As newspapers, NGOs and politicians have announced ever-bigger tree planting drives, some environmentalists have suggested that in fact we shouldn’t be planting trees at all – but rather letting woodlands grow back through a process of natural regeneration. Friends of the Earth is hugely supportive of rewilding; it’s absolutely true that in some areas, if we stop over-grazing the land, saplings will take root and woods re-emerge.
But there are also places where rewilding simply isn’t likely to occur, such as in urban parks, or on land remote from natural seed sources. As Professor Alastair Driver, director at Rewilding Britain , says : “there are huge tracts of our uplands where natural regeneration won’t happen for many many decades due to paucity [lack] of seed sources nearby”. Time is of the essence, he states: “tackling the climate emergency and biodiversity crisis means we need to crack on”.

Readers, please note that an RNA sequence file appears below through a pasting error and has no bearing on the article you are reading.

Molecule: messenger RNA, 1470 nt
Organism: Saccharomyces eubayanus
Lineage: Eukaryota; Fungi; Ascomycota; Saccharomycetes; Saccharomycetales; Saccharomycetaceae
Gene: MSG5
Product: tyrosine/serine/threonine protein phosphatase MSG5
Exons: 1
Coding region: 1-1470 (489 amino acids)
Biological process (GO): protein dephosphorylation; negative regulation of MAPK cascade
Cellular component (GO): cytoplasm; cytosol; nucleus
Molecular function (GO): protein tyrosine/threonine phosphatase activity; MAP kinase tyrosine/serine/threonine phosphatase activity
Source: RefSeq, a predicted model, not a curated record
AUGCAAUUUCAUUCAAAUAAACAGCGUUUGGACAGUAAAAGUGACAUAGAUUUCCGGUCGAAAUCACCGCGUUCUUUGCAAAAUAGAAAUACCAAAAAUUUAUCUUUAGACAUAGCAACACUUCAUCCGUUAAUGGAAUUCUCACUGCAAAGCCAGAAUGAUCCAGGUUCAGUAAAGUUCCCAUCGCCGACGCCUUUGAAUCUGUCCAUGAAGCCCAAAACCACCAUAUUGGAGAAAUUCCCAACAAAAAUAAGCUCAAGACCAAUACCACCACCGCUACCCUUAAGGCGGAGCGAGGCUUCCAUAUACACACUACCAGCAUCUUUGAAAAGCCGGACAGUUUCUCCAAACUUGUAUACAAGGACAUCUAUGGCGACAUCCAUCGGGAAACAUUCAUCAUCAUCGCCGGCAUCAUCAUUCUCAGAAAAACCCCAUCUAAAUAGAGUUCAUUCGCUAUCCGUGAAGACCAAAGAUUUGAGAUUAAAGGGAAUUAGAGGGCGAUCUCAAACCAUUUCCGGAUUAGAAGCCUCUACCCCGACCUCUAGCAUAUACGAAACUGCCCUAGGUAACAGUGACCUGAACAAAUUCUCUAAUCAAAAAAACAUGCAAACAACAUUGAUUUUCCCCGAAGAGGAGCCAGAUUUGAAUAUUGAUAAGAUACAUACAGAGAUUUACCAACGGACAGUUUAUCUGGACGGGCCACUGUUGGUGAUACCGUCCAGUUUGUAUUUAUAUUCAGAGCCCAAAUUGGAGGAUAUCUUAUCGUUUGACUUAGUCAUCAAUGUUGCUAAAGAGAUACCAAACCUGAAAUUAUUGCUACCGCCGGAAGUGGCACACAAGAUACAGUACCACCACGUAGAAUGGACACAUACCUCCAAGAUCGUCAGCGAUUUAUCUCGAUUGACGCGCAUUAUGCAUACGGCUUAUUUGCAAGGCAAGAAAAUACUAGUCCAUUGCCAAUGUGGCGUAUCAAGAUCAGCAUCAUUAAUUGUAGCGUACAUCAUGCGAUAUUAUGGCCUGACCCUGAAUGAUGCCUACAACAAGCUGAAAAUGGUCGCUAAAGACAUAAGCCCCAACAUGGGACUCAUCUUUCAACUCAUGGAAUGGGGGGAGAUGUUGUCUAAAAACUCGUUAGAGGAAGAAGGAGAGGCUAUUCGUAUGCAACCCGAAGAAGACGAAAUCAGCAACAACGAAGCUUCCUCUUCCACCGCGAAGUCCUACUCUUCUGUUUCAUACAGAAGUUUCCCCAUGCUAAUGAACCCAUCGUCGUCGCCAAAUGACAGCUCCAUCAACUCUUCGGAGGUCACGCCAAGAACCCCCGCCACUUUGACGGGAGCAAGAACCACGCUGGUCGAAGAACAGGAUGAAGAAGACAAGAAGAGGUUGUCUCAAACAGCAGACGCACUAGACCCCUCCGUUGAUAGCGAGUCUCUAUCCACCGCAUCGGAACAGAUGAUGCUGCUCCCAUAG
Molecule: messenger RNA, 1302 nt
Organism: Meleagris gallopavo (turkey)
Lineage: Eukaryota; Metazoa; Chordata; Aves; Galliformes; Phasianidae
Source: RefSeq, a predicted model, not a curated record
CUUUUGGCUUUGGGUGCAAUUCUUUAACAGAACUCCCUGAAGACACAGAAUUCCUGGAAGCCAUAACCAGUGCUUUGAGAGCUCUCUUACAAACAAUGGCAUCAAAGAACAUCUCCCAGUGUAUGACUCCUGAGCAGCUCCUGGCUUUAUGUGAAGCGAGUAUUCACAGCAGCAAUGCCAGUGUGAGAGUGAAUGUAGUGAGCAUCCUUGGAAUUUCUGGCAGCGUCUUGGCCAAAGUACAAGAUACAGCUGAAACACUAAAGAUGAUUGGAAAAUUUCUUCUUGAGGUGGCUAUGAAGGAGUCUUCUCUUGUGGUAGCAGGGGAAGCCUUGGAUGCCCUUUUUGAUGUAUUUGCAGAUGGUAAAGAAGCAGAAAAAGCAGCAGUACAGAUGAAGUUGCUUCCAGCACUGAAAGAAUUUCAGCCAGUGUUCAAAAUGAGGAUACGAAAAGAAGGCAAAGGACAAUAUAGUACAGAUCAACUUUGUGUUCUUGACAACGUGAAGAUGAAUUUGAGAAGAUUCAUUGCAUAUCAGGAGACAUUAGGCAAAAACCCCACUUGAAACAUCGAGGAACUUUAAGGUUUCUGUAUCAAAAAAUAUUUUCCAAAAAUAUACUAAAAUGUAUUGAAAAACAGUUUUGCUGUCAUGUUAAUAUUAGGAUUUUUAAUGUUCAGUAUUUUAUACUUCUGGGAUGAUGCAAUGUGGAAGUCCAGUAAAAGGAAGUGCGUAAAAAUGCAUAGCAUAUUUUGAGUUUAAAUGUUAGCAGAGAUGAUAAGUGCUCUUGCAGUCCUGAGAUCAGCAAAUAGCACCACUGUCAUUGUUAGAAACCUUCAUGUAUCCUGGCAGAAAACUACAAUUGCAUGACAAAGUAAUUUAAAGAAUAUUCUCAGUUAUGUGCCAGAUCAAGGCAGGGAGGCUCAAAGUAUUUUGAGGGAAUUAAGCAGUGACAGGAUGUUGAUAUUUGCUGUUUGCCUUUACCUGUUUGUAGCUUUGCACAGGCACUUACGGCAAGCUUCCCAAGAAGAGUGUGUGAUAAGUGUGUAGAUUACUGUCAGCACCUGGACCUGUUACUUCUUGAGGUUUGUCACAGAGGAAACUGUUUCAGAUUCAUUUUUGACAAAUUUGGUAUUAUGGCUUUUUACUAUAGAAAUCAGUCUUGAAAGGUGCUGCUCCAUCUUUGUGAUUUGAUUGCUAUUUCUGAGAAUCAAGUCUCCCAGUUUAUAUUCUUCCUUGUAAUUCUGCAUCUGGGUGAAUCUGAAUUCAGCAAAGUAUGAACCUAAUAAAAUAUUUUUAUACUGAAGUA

Rewilding and tree planting are both required to protect the climate and help wildlife thrive. Choosing between them is a bit like choosing between breakfast or dinner – we need both. That’s why the Government should fund natural regeneration as well as tree planting.
The truth is that the scale of the climate and ecological emergency is so great, and requires such a transformation in how we do things, that there are no ‘silver bullet’ solutions. We need to work on many fronts and pull out all the stops – so that means needing agroforestry on farms and converting some marginal farmland into woodland. We need rewilding and planting trees. We need practical projects and concerted political action. And we need everyone to get involved, now.